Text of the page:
Good Beer Hunting


With Purpose — Jackie O's Brewery in Athens, Ohio

In the wee hours of Nov. 16, 2014, a massive fire lit up the sky in uptown Athens, Ohio. The blaze tore through Union Street, completely devouring several buildings as it moved down the block toward Jackie O’s Pub & Brewery. The beer maker’s got a couple buildings on Union, both of which were spared, but to varying degrees. The brewpub made it out untouched. The adjoining public house, however? Roofless, with immense smoke and water damage.

“I’m glad it stopped where it stopped,” says Brad Clark, Jackie O’s director of brewing operations. “If it had taken out the brewpub, we would’ve never reopened either spot.”

Shuttering those locations would’ve been a terrible loss for Athens. Jackie O’s has been a staple of the city for more than a decade now, and has made the community a priority since the early days. And when they needed it most, Athens was there to support them throughout the rebuilding process.

Now, since the pub came back online in early May, the brewery is also in the final stages of an expansion. The new growth will accomplish two things: meeting demand throughout The Buckeye State, and allowing Clark to provide Athens with beers as fun and funky as the city itself.


Athens sits in southeastern Ohio along the Hocking River, barely an hour from Columbus. The town is rather rural, nestled amongst the densely forested hills typical of the Appalachian outskirts. It’s a quirky place, to be sure—enchanting in an almost surreal way, and extremely close-knit. A hippie oasis surrounded by backwoods towns, the city’s equal parts Bohemian and academic. Aside from being home to Jackie O’s, it’s also the site of Ohio University, a school that quadruples the town’s population when in session.

Just a few blocks from OU sits the Jackie O’s brewpub, their original location. The space was first opened in 1996 as O’Hooley’s, amidst the wave of ‘90s brewpubs. “While I was at OU I fell in love with this town, fell in love with the brewpub,” Clark recalls. “At that point, it was under different ownership. I started working in 2004 as a door guy and a bartender, and then started homebrewing.”

In 2005, O’Hooley’s was purchased by Art Oestrike, whose late mother, Jackie, serves the namesake for the new brewery. Art owned and operated a local bagel shop, Bagel Street Deli, but was very much looking to get into the bar and brewing scene.

“Growing up, my mom used to buy Newcastle Brown Ales because she was from England,” Oestrike explains. “They were in the fridge pretty much my whole life, and in high school, I’d grab a Newcastle and sneak out the house to go hang with my friends. I think that started my thirst for craft beer. I got into hosting people at my college house, and I always thought the idea of running a bar would be a lot of fun. Thank goodness the bar we ended up buying had a functioning—well, almost-functioning—brewery in it.”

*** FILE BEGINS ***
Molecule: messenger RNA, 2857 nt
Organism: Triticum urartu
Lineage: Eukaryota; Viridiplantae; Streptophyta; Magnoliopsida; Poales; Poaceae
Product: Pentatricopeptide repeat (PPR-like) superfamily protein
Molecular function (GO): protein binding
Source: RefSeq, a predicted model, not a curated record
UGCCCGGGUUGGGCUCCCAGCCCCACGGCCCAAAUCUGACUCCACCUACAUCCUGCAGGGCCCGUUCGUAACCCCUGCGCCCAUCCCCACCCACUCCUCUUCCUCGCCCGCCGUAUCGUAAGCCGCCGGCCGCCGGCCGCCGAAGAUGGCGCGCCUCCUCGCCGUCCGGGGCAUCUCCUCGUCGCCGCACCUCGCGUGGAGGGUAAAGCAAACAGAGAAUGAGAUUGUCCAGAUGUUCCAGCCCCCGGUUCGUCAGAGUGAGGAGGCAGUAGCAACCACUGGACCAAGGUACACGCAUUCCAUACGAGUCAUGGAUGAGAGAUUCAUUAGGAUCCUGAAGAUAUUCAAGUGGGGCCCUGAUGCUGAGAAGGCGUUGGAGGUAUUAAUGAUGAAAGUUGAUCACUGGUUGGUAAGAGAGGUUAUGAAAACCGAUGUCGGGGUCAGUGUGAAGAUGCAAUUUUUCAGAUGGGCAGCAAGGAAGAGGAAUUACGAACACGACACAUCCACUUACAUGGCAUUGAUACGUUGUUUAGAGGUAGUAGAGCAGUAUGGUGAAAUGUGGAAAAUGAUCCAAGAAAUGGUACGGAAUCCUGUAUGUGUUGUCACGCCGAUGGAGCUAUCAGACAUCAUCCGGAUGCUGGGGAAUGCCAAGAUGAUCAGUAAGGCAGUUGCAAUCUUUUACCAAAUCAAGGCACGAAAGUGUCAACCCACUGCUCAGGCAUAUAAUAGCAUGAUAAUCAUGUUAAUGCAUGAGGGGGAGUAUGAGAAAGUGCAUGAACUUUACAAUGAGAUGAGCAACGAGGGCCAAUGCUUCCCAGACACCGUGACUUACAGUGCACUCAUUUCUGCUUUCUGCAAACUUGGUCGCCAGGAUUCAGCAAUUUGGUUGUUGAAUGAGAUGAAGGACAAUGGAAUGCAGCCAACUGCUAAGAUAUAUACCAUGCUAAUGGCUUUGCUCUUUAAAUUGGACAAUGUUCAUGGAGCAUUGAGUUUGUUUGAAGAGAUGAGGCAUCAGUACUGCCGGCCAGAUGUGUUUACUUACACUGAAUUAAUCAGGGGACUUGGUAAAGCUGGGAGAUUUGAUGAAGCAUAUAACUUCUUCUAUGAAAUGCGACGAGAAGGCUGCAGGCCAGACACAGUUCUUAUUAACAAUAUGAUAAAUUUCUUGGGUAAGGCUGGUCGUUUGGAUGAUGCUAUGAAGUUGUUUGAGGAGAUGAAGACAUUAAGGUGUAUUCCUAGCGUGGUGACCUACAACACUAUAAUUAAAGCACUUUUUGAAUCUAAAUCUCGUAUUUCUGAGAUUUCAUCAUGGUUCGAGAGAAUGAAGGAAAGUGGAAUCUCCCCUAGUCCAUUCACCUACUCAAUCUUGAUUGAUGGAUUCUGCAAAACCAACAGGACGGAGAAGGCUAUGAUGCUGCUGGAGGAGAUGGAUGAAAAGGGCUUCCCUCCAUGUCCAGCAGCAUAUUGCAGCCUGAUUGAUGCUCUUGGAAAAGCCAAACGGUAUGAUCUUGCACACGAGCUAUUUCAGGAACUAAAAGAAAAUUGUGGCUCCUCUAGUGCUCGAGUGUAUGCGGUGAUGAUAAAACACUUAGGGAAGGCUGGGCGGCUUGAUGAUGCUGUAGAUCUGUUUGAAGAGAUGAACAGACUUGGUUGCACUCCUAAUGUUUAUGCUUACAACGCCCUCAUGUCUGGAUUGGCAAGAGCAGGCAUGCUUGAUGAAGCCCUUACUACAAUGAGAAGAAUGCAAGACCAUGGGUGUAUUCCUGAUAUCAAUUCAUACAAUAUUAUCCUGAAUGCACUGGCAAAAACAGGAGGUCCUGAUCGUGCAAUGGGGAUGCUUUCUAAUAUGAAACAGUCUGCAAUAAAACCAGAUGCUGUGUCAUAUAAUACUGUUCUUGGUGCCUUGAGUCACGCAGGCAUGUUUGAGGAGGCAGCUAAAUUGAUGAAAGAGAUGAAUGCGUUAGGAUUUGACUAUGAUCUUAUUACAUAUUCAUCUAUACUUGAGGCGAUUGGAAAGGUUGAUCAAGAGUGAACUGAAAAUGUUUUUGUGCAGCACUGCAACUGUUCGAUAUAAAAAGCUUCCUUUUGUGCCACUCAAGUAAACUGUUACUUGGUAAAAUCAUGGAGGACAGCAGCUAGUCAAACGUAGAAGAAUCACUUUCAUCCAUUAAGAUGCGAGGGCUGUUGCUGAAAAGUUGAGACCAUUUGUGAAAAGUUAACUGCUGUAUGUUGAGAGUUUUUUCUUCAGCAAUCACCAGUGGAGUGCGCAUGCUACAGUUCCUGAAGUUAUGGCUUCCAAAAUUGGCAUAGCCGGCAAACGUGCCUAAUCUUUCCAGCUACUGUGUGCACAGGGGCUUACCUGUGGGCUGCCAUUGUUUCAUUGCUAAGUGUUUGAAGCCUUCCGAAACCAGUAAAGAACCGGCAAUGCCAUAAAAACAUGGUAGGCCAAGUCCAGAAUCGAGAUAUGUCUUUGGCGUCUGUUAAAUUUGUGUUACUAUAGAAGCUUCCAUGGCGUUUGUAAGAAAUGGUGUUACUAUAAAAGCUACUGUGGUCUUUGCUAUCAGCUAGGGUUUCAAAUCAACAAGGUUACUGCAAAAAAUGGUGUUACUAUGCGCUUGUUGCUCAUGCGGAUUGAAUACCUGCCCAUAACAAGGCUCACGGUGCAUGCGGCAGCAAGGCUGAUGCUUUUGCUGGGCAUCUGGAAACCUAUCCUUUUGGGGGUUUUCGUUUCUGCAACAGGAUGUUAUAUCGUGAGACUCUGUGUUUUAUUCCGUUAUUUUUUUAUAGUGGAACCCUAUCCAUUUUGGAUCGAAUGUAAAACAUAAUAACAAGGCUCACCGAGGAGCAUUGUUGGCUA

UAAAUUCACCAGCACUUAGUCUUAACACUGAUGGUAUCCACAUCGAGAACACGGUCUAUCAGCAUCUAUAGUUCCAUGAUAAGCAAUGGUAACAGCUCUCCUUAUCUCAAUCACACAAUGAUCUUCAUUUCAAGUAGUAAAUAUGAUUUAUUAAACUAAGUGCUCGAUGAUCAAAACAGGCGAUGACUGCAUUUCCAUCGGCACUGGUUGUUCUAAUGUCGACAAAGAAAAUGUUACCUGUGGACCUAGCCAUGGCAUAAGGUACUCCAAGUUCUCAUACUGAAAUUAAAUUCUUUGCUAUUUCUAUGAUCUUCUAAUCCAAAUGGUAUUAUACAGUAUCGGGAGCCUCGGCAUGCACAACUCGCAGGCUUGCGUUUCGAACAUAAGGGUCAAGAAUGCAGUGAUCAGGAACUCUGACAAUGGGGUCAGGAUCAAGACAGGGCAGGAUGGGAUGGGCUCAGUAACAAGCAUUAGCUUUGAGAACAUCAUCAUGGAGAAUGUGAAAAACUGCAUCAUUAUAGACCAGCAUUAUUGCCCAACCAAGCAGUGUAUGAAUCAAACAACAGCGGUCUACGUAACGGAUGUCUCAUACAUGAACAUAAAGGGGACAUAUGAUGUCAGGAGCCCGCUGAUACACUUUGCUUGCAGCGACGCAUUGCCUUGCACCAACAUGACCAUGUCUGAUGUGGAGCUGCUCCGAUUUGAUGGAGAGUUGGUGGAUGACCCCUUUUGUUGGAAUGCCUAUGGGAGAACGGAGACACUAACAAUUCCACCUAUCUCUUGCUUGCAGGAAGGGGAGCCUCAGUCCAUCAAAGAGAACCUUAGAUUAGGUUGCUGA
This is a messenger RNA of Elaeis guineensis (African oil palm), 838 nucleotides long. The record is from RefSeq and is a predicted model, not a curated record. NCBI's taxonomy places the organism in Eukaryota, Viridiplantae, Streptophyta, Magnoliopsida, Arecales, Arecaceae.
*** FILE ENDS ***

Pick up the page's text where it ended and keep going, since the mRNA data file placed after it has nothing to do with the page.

When it all started, I didn’t know how to brew. And Art didn’t know how to run a bar, let alone a brewpub. We didn’t know what we were doing.
— Brad Clark

His first hire was Clark, fresh out of school, with a creative writing degree and zero professional experience. “When it all started, I didn’t know how to brew,” Clark says. “I knew how to extract brew on my stove in my college house. And Art didn’t know how to run a bar, let alone a brewpub. We didn’t know what we were doing.”

But over the years, Jackie O’s has grown, in every way possible. After starting out with just five employees (Oestrike, Clark, and three bartenders), there are now more than 100, with nearly 30 full-timers. What’s more, four of those five initial employees now occupy leadership roles in the company, including the general manager who used to moonlight as the door guy.

All that growth, however, started on the original O’Hooley’s copper-clad 7-BBL brewhouse that made the pub a showpiece in the ‘90s. Not to mention the absurd and absurdly small grundy room (“grundy” is a term to describe small, UK-style pub cellar tanks that are used to ferment, condition, store, and serve beer) that holds 10 retrofitted 1920s dairy tanks to serve the draft lines. Its claustrophobic quarters evoke the shoulder-stooped feeling of being in a submarine.

“It’s fucking goofy,” Clark admits. “But it works. It takes a certain type of weirdo to work in this environment.”

He would know—he manned the brewhouse and grundy room from 2006, through the public house expansion in 2009, all the way until the production facility came online in 2012. As a personal point of pride, Clark boasts that in the year before the new system was up and running, he cranked out an astonishing 830 barrels and more than 40 styles on that original setup. The rather intense variety was intentional.


“Luckily, Art gave me artistic freedom,” Clark explains. “He never really said, ‘No.’ He’d say, ‘Wait,’ but he never said, ‘No.’ In those early years there was really no other brewery in Athens, so it was this weird vacuum effect, which was cool. It allowed me to figure out what I wanted to do, and how we wanted to take the company.”